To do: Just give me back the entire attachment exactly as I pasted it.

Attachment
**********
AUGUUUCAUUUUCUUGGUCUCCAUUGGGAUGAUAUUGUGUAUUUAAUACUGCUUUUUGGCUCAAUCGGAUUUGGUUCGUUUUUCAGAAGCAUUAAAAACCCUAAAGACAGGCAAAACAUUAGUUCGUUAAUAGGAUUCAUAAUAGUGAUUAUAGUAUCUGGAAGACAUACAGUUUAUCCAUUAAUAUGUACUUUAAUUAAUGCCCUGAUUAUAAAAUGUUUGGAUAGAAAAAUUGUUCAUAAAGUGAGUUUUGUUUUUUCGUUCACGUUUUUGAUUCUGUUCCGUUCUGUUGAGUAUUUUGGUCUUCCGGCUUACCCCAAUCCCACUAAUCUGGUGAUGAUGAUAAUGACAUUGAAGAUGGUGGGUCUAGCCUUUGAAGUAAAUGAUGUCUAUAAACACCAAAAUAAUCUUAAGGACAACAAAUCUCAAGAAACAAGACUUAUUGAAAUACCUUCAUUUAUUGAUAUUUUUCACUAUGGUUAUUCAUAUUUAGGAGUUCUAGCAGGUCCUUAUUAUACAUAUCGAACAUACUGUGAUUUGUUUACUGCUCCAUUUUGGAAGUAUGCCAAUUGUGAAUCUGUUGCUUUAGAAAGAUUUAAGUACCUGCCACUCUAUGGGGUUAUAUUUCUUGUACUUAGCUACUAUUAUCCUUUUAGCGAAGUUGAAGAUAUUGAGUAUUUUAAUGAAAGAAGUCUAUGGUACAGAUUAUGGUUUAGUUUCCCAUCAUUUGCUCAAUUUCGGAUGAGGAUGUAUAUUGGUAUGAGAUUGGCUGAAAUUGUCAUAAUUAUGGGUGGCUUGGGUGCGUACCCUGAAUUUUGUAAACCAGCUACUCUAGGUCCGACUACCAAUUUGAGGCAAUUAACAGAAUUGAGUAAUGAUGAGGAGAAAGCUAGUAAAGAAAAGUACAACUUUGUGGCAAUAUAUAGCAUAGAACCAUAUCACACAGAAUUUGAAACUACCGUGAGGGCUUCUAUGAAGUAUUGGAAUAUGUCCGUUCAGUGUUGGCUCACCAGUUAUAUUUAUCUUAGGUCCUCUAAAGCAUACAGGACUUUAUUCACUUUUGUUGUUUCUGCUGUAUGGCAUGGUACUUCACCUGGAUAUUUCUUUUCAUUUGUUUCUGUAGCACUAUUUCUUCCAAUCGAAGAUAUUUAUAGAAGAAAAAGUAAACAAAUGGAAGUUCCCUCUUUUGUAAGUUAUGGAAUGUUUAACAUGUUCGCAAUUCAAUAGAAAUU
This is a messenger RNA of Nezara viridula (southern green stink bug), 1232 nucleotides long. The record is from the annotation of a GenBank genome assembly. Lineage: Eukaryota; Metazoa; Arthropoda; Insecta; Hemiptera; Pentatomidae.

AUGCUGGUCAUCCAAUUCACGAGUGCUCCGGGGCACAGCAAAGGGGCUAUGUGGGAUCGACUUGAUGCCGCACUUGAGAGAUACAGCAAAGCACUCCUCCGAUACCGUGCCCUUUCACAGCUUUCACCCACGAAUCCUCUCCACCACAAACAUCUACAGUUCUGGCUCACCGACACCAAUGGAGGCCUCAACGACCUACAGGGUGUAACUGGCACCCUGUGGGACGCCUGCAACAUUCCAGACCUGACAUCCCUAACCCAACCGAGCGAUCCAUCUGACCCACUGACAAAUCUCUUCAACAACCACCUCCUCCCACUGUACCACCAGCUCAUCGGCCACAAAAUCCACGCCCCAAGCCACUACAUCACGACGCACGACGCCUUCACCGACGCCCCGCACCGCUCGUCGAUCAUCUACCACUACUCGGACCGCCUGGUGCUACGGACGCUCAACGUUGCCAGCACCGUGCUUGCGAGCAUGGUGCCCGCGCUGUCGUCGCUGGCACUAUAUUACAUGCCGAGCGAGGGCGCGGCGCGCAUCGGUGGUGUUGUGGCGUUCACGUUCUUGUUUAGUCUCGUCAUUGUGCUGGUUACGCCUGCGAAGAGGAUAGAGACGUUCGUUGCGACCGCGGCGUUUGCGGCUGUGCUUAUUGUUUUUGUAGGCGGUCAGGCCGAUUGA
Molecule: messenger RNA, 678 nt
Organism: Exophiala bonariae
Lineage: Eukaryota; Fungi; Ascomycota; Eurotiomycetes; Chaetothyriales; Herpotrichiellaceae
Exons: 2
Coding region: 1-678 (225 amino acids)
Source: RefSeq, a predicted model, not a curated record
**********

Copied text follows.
AUGUUUCAUUUUCUUGGUCUCCAUUGGGAUGAUAUUGUGUAUUUAAUACUGCUUUUUGGCUCAAUCGGAUUUGGUUCGUUUUUCAGAAGCAUUAAAAACCCUAAAGACAGGCAAAACAUUAGUUCGUUAAUAGGAUUCAUAAUAGUGAUUAUAGUAUCUGGAAGACAUACAGUUUAUCCAUUAAUAUGUACUUUAAUUAAUGCCCUGAUUAUAAAAUGUUUGGAUAGAAAAAUUGUUCAUAAAGUGAGUUUUGUUUUUUCGUUCACGUUUUUGAUUCUGUUCCGUUCUGUUGAGUAUUUUGGUCUUCCGGCUUACCCCAAUCCCACUAAUCUGGUGAUGAUGAUAAUGACAUUGAAGAUGGUGGGUCUAGCCUUUGAAGUAAAUGAUGUCUAUAAACACCAAAAUAAUCUUAAGGACAACAAAUCUCAAGAAACAAGACUUAUUGAAAUACCUUCAUUUAUUGAUAUUUUUCACUAUGGUUAUUCAUAUUUAGGAGUUCUAGCAGGUCCUUAUUAUACAUAUCGAACAUACUGUGAUUUGUUUACUGCUCCAUUUUGGAAGUAUGCCAAUUGUGAAUCUGUUGCUUUAGAAAGAUUUAAGUACCUGCCACUCUAUGGGGUUAUAUUUCUUGUACUUAGCUACUAUUAUCCUUUUAGCGAAGUUGAAGAUAUUGAGUAUUUUAAUGAAAGAAGUCUAUGGUACAGAUUAUGGUUUAGUUUCCCAUCAUUUGCUCAAUUUCGGAUGAGGAUGUAUAUUGGUAUGAGAUUGGCUGAAAUUGUCAUAAUUAUGGGUGGCUUGGGUGCGUACCCUGAAUUUUGUAAACCAGCUACUCUAGGUCCGACUACCAAUUUGAGGCAAUUAACAGAAUUGAGUAAUGAUGAGGAGAAAGCUAGUAAAGAAAAGUACAACUUUGUGGCAAUAUAUAGCAUAGAACCAUAUCACACAGAAUUUGAAACUACCGUGAGGGCUUCUAUGAAGUAUUGGAAUAUGUCCGUUCAGUGUUGGCUCACCAGUUAUAUUUAUCUUAGGUCCUCUAAAGCAUACAGGACUUUAUUCACUUUUGUUGUUUCUGCUGUAUGGCAUGGUACUUCACCUGGAUAUUUCUUUUCAUUUGUUUCUGUAGCACUAUUUCUUCCAAUCGAAGAUAUUUAUAGAAGAAAAAGUAAACAAAUGGAAGUUCCCUCUUUUGUAAGUUAUGGAAUGUUUAACAUGUUCGCAAUUCAAUAGAAAUU
This is a messenger RNA of Nezara viridula (southern green stink bug), 1232 nucleotides long. The record is from the annotation of a GenBank genome assembly. Lineage: Eukaryota; Metazoa; Arthropoda; Insecta; Hemiptera; Pentatomidae.

AUGCUGGUCAUCCAAUUCACGAGUGCUCCGGGGCACAGCAAAGGGGCUAUGUGGGAUCGACUUGAUGCCGCACUUGAGAGAUACAGCAAAGCACUCCUCCGAUACCGUGCCCUUUCACAGCUUUCACCCACGAAUCCUCUCCACCACAAACAUCUACAGUUCUGGCUCACCGACACCAAUGGAGGCCUCAACGACCUACAGGGUGUAACUGGCACCCUGUGGGACGCCUGCAACAUUCCAGACCUGACAUCCCUAACCCAACCGAGCGAUCCAUCUGACCCACUGACAAAUCUCUUCAACAACCACCUCCUCCCACUGUACCACCAGCUCAUCGGCCACAAAAUCCACGCCCCAAGCCACUACAUCACGACGCACGACGCCUUCACCGACGCCCCGCACCGCUCGUCGAUCAUCUACCACUACUCGGACCGCCUGGUGCUACGGACGCUCAACGUUGCCAGCACCGUGCUUGCGAGCAUGGUGCCCGCGCUGUCGUCGCUGGCACUAUAUUACAUGCCGAGCGAGGGCGCGGCGCGCAUCGGUGGUGUUGUGGCGUUCACGUUCUUGUUUAGUCUCGUCAUUGUGCUGGUUACGCCUGCGAAGAGGAUAGAGACGUUCGUUGCGACCGCGGCGUUUGCGGCUGUGCUUAUUGUUUUUGUAGGCGGUCAGGCCGAUUGA
Molecule: messenger RNA, 678 nt
Organism: Exophiala bonariae
Lineage: Eukaryota; Fungi; Ascomycota; Eurotiomycetes; Chaetothyriales; Herpotrichiellaceae
Exons: 2
Coding region: 1-678 (225 amino acids)
Source: RefSeq, a predicted model, not a curated record